The future of the British Grand Prix at Silverstone could be under threat because of the "potentially ruinous" costs of hosting the event.
ITV reported on Thursday that circuit owner the British Racing Drivers' Club (BRDC) is considering exercising a break clause at the end of 2019. A letter written by BRDC chairman John Grant -- seen by ITV - informed all members that a decision will be made by "mid-year".
"The board is considering whether we should give notice before the 2017 British GP [as required] of our intention to exercise the break clause in the contract at the end of 2019," wrote Grant. "This is not a simple decision and we shall consider all the implications before coming to a conclusion by mid-year. We have to protect our club against the potentially ruinous risk of a couple of bad years."
Grant added: "Without some change in the economic equation, the risk and return are out of kilter."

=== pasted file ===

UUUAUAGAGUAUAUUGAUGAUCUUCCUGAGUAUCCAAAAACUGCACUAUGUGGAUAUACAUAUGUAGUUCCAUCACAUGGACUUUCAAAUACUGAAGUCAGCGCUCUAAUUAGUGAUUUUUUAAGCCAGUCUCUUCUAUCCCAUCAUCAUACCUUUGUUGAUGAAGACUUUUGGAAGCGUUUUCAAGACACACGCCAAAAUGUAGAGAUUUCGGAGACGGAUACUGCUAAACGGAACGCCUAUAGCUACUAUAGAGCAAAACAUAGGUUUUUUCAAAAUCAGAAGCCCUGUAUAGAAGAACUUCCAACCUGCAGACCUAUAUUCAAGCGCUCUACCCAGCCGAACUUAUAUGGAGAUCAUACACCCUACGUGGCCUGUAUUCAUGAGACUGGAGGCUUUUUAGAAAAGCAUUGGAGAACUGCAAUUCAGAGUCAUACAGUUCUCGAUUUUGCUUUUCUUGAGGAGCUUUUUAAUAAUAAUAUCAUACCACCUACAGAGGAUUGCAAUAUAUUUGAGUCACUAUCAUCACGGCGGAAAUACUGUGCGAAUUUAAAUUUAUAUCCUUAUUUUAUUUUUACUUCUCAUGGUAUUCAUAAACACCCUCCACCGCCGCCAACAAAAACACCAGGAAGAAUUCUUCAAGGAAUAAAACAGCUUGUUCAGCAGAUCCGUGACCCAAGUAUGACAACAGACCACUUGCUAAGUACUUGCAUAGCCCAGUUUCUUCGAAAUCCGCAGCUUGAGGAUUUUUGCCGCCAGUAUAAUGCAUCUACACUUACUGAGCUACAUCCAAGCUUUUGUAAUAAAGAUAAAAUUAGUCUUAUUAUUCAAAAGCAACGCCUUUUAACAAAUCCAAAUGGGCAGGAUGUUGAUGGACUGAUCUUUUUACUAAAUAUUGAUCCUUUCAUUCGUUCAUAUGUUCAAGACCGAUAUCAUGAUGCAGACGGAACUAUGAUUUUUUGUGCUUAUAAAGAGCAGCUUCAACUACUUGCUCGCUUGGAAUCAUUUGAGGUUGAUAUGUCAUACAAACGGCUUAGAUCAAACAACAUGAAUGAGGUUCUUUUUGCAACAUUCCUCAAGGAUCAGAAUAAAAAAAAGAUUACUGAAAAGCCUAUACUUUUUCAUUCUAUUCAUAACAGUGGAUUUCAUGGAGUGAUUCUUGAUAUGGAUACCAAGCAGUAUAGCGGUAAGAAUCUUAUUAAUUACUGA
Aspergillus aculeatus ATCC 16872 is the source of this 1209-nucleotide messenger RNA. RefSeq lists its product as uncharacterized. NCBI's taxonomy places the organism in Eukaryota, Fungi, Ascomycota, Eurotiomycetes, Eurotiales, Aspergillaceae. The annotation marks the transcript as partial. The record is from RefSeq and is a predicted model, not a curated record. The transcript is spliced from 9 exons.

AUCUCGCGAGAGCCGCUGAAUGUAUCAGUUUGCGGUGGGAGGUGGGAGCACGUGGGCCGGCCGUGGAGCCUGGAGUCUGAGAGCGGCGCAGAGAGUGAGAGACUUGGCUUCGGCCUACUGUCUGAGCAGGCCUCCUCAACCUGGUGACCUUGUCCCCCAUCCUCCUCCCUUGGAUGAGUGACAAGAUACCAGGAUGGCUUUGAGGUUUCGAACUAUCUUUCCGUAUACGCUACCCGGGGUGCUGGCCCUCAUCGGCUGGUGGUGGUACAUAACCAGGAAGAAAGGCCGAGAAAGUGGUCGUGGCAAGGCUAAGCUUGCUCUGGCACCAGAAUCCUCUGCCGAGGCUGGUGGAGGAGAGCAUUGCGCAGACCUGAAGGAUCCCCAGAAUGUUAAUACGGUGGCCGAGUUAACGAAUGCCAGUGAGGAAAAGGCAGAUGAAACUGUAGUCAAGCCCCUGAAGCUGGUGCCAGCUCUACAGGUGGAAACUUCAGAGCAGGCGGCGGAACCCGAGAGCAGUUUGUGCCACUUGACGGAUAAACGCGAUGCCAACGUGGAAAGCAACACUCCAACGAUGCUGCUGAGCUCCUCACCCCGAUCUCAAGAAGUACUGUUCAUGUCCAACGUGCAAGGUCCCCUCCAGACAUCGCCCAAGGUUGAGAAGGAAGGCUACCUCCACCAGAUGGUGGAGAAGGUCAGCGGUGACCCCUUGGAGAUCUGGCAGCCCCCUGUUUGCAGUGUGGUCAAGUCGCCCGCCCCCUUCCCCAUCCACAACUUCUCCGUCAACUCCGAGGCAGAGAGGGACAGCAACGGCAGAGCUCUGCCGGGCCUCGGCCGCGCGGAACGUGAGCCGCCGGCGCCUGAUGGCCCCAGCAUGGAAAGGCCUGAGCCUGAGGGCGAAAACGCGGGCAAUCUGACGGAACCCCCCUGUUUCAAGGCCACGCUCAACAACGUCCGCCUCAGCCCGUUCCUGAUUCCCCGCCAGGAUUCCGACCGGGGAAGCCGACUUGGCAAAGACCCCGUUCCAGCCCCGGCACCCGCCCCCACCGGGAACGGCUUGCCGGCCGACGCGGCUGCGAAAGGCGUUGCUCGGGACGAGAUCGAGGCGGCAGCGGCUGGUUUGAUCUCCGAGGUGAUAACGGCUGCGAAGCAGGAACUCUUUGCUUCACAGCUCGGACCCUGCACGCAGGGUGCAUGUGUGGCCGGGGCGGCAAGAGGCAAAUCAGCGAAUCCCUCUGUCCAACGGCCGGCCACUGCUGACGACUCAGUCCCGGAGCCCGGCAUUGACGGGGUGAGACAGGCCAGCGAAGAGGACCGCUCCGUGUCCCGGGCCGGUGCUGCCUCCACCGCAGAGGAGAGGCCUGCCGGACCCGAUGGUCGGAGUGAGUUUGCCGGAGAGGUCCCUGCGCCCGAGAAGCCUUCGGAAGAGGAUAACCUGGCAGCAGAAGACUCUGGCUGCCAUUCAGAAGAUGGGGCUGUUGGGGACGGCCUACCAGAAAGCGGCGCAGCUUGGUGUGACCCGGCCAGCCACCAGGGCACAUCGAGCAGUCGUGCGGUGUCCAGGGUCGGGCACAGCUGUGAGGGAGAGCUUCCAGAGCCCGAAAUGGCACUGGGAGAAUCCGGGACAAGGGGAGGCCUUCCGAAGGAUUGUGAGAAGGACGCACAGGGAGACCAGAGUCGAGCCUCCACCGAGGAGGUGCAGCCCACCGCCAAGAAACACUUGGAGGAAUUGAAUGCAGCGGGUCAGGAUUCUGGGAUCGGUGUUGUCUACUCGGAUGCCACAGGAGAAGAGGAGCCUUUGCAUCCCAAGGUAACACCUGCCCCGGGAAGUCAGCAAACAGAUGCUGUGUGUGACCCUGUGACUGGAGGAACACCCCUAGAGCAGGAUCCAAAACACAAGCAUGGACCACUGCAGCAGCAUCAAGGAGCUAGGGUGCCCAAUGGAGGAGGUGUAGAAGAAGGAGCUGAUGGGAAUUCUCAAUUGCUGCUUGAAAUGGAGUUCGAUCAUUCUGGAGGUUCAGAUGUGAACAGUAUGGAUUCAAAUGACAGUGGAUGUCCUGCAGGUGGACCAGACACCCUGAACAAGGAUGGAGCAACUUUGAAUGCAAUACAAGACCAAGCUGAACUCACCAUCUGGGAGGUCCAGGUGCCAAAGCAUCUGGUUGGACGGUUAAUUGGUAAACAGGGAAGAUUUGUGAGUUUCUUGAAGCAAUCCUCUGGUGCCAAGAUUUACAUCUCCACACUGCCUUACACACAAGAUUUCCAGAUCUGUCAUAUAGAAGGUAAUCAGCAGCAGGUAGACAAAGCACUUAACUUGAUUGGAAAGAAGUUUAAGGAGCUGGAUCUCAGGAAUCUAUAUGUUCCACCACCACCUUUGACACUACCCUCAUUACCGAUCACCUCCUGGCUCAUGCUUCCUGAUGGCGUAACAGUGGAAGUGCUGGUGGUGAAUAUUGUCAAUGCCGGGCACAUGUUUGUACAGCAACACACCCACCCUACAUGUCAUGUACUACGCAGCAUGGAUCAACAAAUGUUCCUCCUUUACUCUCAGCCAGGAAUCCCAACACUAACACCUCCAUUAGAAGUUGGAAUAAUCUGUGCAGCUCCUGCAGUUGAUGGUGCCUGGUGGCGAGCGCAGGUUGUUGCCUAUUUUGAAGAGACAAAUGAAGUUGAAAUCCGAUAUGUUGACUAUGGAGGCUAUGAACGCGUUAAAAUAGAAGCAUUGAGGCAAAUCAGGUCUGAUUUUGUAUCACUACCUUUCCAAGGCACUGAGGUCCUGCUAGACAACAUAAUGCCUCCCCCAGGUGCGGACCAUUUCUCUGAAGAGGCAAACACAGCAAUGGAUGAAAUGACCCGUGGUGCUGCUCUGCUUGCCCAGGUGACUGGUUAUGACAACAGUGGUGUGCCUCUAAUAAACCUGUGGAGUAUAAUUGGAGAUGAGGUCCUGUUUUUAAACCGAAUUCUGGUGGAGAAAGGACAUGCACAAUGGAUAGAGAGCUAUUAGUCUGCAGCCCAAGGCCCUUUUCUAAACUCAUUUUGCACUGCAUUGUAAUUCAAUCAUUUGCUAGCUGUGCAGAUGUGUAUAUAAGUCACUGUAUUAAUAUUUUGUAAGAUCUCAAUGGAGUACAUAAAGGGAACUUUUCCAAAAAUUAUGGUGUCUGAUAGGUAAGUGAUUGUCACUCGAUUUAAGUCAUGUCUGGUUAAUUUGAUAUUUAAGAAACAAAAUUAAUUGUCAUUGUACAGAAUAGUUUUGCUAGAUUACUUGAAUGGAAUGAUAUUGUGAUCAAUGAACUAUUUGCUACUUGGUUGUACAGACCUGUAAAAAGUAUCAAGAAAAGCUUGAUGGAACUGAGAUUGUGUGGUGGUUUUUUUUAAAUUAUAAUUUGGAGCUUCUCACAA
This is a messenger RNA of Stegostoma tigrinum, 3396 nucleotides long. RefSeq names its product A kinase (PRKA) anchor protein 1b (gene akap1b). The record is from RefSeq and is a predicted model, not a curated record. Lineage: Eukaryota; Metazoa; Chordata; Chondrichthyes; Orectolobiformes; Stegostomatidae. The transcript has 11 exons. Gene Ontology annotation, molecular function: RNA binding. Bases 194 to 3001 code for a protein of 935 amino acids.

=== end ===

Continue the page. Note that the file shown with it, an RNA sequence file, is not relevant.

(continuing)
Silverstone first hosted the British Grand Prix in 1950 and has been a permanent fixture on the F1 calendar since 1987. A crowd of nearly 140,000 watched Lewis Hamilton take his third consecutive British Grand Prix win in 2016, but Grant admitted the event still fell short of budget. Silverstone declined to comment on the letter but said the 2017, 2018 and 2019 will be unaffected.
F1 supremo Bernie Ecclestone told ITV News if Silverstone does opt to pull out of hosting the British GP, the race could still be held at an alternative venue.
"If they want to activate a break clause, there is nothing we can do. Two other tracks have contacted us and we are keen to keep a British Grand Prix, there is no doubt about it, we want to have one."
Three-time world champion Sir Jackie Stewart added: "I think it's a credible threat, not impossible for it to happen. I would be very sad if it did. "There's no other race track that would be able to host the British Grand Prix."